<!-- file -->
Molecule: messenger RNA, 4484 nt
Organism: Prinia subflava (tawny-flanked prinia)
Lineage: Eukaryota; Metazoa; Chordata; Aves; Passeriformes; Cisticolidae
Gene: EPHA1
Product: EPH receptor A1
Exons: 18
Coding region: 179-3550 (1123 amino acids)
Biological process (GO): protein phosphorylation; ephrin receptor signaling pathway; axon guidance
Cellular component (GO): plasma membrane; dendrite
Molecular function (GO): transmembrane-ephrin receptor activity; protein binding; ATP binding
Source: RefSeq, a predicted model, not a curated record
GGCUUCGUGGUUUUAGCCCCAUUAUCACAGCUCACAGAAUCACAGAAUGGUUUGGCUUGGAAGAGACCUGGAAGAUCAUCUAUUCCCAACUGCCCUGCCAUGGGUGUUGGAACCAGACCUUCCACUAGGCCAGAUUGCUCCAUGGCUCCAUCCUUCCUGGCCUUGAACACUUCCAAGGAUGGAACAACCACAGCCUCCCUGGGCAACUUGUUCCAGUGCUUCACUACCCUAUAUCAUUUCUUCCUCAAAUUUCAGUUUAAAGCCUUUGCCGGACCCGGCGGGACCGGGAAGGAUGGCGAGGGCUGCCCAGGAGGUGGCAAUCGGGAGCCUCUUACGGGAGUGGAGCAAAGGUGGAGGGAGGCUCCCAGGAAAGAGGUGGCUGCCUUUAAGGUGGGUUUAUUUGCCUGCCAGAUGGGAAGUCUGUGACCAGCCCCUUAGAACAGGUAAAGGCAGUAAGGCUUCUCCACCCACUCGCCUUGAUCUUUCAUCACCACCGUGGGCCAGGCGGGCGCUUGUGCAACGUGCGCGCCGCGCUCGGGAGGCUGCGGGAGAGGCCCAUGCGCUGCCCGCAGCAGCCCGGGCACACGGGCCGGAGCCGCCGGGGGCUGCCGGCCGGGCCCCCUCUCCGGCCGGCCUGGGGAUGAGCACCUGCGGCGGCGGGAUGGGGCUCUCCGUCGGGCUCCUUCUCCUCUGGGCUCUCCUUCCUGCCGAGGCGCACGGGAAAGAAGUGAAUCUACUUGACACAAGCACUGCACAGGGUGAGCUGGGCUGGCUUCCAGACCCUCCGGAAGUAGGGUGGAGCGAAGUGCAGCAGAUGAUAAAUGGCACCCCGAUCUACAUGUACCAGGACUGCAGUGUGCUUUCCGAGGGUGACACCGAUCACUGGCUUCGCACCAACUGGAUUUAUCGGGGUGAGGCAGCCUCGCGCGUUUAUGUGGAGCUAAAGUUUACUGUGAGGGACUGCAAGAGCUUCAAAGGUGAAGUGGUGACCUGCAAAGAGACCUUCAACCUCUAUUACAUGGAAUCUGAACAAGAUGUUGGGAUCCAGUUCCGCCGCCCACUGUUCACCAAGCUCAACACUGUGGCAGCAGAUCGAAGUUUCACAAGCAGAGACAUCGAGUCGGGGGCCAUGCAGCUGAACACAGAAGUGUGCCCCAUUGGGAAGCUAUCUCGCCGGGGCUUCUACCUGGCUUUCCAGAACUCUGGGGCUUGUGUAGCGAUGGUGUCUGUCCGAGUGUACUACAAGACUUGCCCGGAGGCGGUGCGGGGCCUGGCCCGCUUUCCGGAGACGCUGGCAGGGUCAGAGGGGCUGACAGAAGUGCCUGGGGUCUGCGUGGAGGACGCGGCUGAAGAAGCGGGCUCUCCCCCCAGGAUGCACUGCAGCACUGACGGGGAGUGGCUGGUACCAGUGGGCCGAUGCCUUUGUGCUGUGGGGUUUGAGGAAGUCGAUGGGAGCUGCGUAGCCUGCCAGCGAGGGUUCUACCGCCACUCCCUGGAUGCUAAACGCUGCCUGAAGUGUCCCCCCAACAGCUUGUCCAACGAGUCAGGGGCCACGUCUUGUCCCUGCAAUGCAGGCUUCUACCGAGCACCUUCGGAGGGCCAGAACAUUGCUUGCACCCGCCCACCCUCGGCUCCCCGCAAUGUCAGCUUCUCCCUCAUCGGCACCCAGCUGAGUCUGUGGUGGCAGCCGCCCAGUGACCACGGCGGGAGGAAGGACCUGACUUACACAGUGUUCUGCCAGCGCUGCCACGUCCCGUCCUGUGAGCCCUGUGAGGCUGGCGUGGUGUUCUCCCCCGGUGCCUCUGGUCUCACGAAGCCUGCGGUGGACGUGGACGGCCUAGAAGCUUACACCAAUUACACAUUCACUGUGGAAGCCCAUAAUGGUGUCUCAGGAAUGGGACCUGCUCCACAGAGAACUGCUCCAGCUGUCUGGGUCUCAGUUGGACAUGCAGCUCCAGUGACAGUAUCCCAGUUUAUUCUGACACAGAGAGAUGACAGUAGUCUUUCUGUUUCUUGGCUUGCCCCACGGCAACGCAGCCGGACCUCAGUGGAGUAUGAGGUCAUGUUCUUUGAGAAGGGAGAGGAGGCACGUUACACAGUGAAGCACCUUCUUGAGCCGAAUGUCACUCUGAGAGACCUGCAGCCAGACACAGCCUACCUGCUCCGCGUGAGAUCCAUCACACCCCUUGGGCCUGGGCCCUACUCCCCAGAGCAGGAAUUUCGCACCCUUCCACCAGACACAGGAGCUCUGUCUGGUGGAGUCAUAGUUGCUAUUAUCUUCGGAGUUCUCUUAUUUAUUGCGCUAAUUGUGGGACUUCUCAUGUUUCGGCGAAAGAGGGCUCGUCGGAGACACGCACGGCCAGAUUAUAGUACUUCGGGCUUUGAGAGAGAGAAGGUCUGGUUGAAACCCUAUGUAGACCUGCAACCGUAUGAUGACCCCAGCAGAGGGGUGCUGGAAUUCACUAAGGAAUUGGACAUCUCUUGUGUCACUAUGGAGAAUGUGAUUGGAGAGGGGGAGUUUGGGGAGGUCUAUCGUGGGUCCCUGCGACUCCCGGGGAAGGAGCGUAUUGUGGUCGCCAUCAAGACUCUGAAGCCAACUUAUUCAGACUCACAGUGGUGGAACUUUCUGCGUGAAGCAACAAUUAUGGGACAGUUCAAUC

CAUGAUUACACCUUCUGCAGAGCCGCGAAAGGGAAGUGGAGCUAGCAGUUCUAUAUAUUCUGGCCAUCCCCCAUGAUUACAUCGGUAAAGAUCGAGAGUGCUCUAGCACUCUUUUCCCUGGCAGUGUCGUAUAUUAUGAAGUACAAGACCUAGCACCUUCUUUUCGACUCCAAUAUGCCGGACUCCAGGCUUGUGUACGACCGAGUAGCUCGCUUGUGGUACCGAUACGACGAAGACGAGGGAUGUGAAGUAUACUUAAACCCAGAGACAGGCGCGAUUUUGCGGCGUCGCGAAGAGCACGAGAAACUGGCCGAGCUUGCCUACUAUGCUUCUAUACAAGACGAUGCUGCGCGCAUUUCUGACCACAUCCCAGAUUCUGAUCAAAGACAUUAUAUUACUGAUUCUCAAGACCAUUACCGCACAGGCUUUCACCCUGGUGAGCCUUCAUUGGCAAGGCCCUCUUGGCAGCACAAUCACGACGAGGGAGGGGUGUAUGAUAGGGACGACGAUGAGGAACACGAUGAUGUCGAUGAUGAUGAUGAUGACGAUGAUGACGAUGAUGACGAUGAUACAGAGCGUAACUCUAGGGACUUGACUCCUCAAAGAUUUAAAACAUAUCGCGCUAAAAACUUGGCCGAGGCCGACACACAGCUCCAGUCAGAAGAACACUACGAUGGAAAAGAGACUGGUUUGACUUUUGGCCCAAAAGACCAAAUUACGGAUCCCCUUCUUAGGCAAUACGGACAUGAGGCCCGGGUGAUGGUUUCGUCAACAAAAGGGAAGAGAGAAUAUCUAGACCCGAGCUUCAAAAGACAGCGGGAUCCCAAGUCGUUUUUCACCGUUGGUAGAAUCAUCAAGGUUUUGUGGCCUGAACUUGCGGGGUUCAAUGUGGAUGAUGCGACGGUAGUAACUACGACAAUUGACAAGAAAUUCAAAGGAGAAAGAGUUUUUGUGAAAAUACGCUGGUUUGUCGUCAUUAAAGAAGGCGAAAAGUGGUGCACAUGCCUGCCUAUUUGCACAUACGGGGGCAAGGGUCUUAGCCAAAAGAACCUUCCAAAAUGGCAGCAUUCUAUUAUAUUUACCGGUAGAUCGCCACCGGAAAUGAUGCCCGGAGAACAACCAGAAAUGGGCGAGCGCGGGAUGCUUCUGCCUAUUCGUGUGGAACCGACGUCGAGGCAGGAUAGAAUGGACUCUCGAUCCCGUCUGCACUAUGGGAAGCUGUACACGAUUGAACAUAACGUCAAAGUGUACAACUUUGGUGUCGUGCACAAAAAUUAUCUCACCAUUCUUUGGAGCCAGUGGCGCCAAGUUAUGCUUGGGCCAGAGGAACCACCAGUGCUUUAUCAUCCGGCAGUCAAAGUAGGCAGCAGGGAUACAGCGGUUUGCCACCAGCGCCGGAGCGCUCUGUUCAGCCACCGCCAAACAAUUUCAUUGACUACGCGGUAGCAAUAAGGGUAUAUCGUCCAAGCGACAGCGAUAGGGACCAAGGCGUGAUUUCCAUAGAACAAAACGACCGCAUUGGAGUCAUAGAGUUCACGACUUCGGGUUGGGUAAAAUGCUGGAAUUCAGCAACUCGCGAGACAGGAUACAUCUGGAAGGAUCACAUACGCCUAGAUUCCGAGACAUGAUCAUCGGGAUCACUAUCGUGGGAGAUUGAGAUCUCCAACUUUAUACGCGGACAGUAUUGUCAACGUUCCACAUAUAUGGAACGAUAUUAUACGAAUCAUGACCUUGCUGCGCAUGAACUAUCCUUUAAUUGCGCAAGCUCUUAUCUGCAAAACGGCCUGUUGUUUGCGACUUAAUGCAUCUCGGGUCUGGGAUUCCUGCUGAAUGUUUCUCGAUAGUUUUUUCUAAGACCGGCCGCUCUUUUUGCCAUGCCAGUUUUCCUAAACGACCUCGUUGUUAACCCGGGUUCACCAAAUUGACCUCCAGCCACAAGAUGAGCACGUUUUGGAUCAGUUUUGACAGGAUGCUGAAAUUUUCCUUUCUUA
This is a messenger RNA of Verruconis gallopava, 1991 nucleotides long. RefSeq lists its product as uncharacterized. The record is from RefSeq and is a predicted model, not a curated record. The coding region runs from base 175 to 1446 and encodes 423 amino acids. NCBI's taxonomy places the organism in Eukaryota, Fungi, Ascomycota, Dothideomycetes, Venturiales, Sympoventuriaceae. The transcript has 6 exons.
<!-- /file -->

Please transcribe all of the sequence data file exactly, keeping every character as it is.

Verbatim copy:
Molecule: messenger RNA, 4484 nt
Organism: Prinia subflava (tawny-flanked prinia)
Lineage: Eukaryota; Metazoa; Chordata; Aves; Passeriformes; Cisticolidae
Gene: EPHA1
Product: EPH receptor A1
Exons: 18
Coding region: 179-3550 (1123 amino acids)
Biological process (GO): protein phosphorylation; ephrin receptor signaling pathway; axon guidance
Cellular component (GO): plasma membrane; dendrite
Molecular function (GO): transmembrane-ephrin receptor activity; protein binding; ATP binding
Source: RefSeq, a predicted model, not a curated record
GGCUUCGUGGUUUUAGCCCCAUUAUCACAGCUCACAGAAUCACAGAAUGGUUUGGCUUGGAAGAGACCUGGAAGAUCAUCUAUUCCCAACUGCCCUGCCAUGGGUGUUGGAACCAGACCUUCCACUAGGCCAGAUUGCUCCAUGGCUCCAUCCUUCCUGGCCUUGAACACUUCCAAGGAUGGAACAACCACAGCCUCCCUGGGCAACUUGUUCCAGUGCUUCACUACCCUAUAUCAUUUCUUCCUCAAAUUUCAGUUUAAAGCCUUUGCCGGACCCGGCGGGACCGGGAAGGAUGGCGAGGGCUGCCCAGGAGGUGGCAAUCGGGAGCCUCUUACGGGAGUGGAGCAAAGGUGGAGGGAGGCUCCCAGGAAAGAGGUGGCUGCCUUUAAGGUGGGUUUAUUUGCCUGCCAGAUGGGAAGUCUGUGACCAGCCCCUUAGAACAGGUAAAGGCAGUAAGGCUUCUCCACCCACUCGCCUUGAUCUUUCAUCACCACCGUGGGCCAGGCGGGCGCUUGUGCAACGUGCGCGCCGCGCUCGGGAGGCUGCGGGAGAGGCCCAUGCGCUGCCCGCAGCAGCCCGGGCACACGGGCCGGAGCCGCCGGGGGCUGCCGGCCGGGCCCCCUCUCCGGCCGGCCUGGGGAUGAGCACCUGCGGCGGCGGGAUGGGGCUCUCCGUCGGGCUCCUUCUCCUCUGGGCUCUCCUUCCUGCCGAGGCGCACGGGAAAGAAGUGAAUCUACUUGACACAAGCACUGCACAGGGUGAGCUGGGCUGGCUUCCAGACCCUCCGGAAGUAGGGUGGAGCGAAGUGCAGCAGAUGAUAAAUGGCACCCCGAUCUACAUGUACCAGGACUGCAGUGUGCUUUCCGAGGGUGACACCGAUCACUGGCUUCGCACCAACUGGAUUUAUCGGGGUGAGGCAGCCUCGCGCGUUUAUGUGGAGCUAAAGUUUACUGUGAGGGACUGCAAGAGCUUCAAAGGUGAAGUGGUGACCUGCAAAGAGACCUUCAACCUCUAUUACAUGGAAUCUGAACAAGAUGUUGGGAUCCAGUUCCGCCGCCCACUGUUCACCAAGCUCAACACUGUGGCAGCAGAUCGAAGUUUCACAAGCAGAGACAUCGAGUCGGGGGCCAUGCAGCUGAACACAGAAGUGUGCCCCAUUGGGAAGCUAUCUCGCCGGGGCUUCUACCUGGCUUUCCAGAACUCUGGGGCUUGUGUAGCGAUGGUGUCUGUCCGAGUGUACUACAAGACUUGCCCGGAGGCGGUGCGGGGCCUGGCCCGCUUUCCGGAGACGCUGGCAGGGUCAGAGGGGCUGACAGAAGUGCCUGGGGUCUGCGUGGAGGACGCGGCUGAAGAAGCGGGCUCUCCCCCCAGGAUGCACUGCAGCACUGACGGGGAGUGGCUGGUACCAGUGGGCCGAUGCCUUUGUGCUGUGGGGUUUGAGGAAGUCGAUGGGAGCUGCGUAGCCUGCCAGCGAGGGUUCUACCGCCACUCCCUGGAUGCUAAACGCUGCCUGAAGUGUCCCCCCAACAGCUUGUCCAACGAGUCAGGGGCCACGUCUUGUCCCUGCAAUGCAGGCUUCUACCGAGCACCUUCGGAGGGCCAGAACAUUGCUUGCACCCGCCCACCCUCGGCUCCCCGCAAUGUCAGCUUCUCCCUCAUCGGCACCCAGCUGAGUCUGUGGUGGCAGCCGCCCAGUGACCACGGCGGGAGGAAGGACCUGACUUACACAGUGUUCUGCCAGCGCUGCCACGUCCCGUCCUGUGAGCCCUGUGAGGCUGGCGUGGUGUUCUCCCCCGGUGCCUCUGGUCUCACGAAGCCUGCGGUGGACGUGGACGGCCUAGAAGCUUACACCAAUUACACAUUCACUGUGGAAGCCCAUAAUGGUGUCUCAGGAAUGGGACCUGCUCCACAGAGAACUGCUCCAGCUGUCUGGGUCUCAGUUGGACAUGCAGCUCCAGUGACAGUAUCCCAGUUUAUUCUGACACAGAGAGAUGACAGUAGUCUUUCUGUUUCUUGGCUUGCCCCACGGCAACGCAGCCGGACCUCAGUGGAGUAUGAGGUCAUGUUCUUUGAGAAGGGAGAGGAGGCACGUUACACAGUGAAGCACCUUCUUGAGCCGAAUGUCACUCUGAGAGACCUGCAGCCAGACACAGCCUACCUGCUCCGCGUGAGAUCCAUCACACCCCUUGGGCCUGGGCCCUACUCCCCAGAGCAGGAAUUUCGCACCCUUCCACCAGACACAGGAGCUCUGUCUGGUGGAGUCAUAGUUGCUAUUAUCUUCGGAGUUCUCUUAUUUAUUGCGCUAAUUGUGGGACUUCUCAUGUUUCGGCGAAAGAGGGCUCGUCGGAGACACGCACGGCCAGAUUAUAGUACUUCGGGCUUUGAGAGAGAGAAGGUCUGGUUGAAACCCUAUGUAGACCUGCAACCGUAUGAUGACCCCAGCAGAGGGGUGCUGGAAUUCACUAAGGAAUUGGACAUCUCUUGUGUCACUAUGGAGAAUGUGAUUGGAGAGGGGGAGUUUGGGGAGGUCUAUCGUGGGUCCCUGCGACUCCCGGGGAAGGAGCGUAUUGUGGUCGCCAUCAAGACUCUGAAGCCAACUUAUUCAGACUCACAGUGGUGGAACUUUCUGCGUGAAGCAACAAUUAUGGGACAGUUCAAUC

CAUGAUUACACCUUCUGCAGAGCCGCGAAAGGGAAGUGGAGCUAGCAGUUCUAUAUAUUCUGGCCAUCCCCCAUGAUUACAUCGGUAAAGAUCGAGAGUGCUCUAGCACUCUUUUCCCUGGCAGUGUCGUAUAUUAUGAAGUACAAGACCUAGCACCUUCUUUUCGACUCCAAUAUGCCGGACUCCAGGCUUGUGUACGACCGAGUAGCUCGCUUGUGGUACCGAUACGACGAAGACGAGGGAUGUGAAGUAUACUUAAACCCAGAGACAGGCGCGAUUUUGCGGCGUCGCGAAGAGCACGAGAAACUGGCCGAGCUUGCCUACUAUGCUUCUAUACAAGACGAUGCUGCGCGCAUUUCUGACCACAUCCCAGAUUCUGAUCAAAGACAUUAUAUUACUGAUUCUCAAGACCAUUACCGCACAGGCUUUCACCCUGGUGAGCCUUCAUUGGCAAGGCCCUCUUGGCAGCACAAUCACGACGAGGGAGGGGUGUAUGAUAGGGACGACGAUGAGGAACACGAUGAUGUCGAUGAUGAUGAUGAUGACGAUGAUGACGAUGAUGACGAUGAUACAGAGCGUAACUCUAGGGACUUGACUCCUCAAAGAUUUAAAACAUAUCGCGCUAAAAACUUGGCCGAGGCCGACACACAGCUCCAGUCAGAAGAACACUACGAUGGAAAAGAGACUGGUUUGACUUUUGGCCCAAAAGACCAAAUUACGGAUCCCCUUCUUAGGCAAUACGGACAUGAGGCCCGGGUGAUGGUUUCGUCAACAAAAGGGAAGAGAGAAUAUCUAGACCCGAGCUUCAAAAGACAGCGGGAUCCCAAGUCGUUUUUCACCGUUGGUAGAAUCAUCAAGGUUUUGUGGCCUGAACUUGCGGGGUUCAAUGUGGAUGAUGCGACGGUAGUAACUACGACAAUUGACAAGAAAUUCAAAGGAGAAAGAGUUUUUGUGAAAAUACGCUGGUUUGUCGUCAUUAAAGAAGGCGAAAAGUGGUGCACAUGCCUGCCUAUUUGCACAUACGGGGGCAAGGGUCUUAGCCAAAAGAACCUUCCAAAAUGGCAGCAUUCUAUUAUAUUUACCGGUAGAUCGCCACCGGAAAUGAUGCCCGGAGAACAACCAGAAAUGGGCGAGCGCGGGAUGCUUCUGCCUAUUCGUGUGGAACCGACGUCGAGGCAGGAUAGAAUGGACUCUCGAUCCCGUCUGCACUAUGGGAAGCUGUACACGAUUGAACAUAACGUCAAAGUGUACAACUUUGGUGUCGUGCACAAAAAUUAUCUCACCAUUCUUUGGAGCCAGUGGCGCCAAGUUAUGCUUGGGCCAGAGGAACCACCAGUGCUUUAUCAUCCGGCAGUCAAAGUAGGCAGCAGGGAUACAGCGGUUUGCCACCAGCGCCGGAGCGCUCUGUUCAGCCACCGCCAAACAAUUUCAUUGACUACGCGGUAGCAAUAAGGGUAUAUCGUCCAAGCGACAGCGAUAGGGACCAAGGCGUGAUUUCCAUAGAACAAAACGACCGCAUUGGAGUCAUAGAGUUCACGACUUCGGGUUGGGUAAAAUGCUGGAAUUCAGCAACUCGCGAGACAGGAUACAUCUGGAAGGAUCACAUACGCCUAGAUUCCGAGACAUGAUCAUCGGGAUCACUAUCGUGGGAGAUUGAGAUCUCCAACUUUAUACGCGGACAGUAUUGUCAACGUUCCACAUAUAUGGAACGAUAUUAUACGAAUCAUGACCUUGCUGCGCAUGAACUAUCCUUUAAUUGCGCAAGCUCUUAUCUGCAAAACGGCCUGUUGUUUGCGACUUAAUGCAUCUCGGGUCUGGGAUUCCUGCUGAAUGUUUCUCGAUAGUUUUUUCUAAGACCGGCCGCUCUUUUUGCCAUGCCAGUUUUCCUAAACGACCUCGUUGUUAACCCGGGUUCACCAAAUUGACCUCCAGCCACAAGAUGAGCACGUUUUGGAUCAGUUUUGACAGGAUGCUGAAAUUUUCCUUUCUUA
This is a messenger RNA of Verruconis gallopava, 1991 nucleotides long. RefSeq lists its product as uncharacterized. The record is from RefSeq and is a predicted model, not a curated record. The coding region runs from base 175 to 1446 and encodes 423 amino acids. NCBI's taxonomy places the organism in Eukaryota, Fungi, Ascomycota, Dothideomycetes, Venturiales, Sympoventuriaceae. The transcript has 6 exons.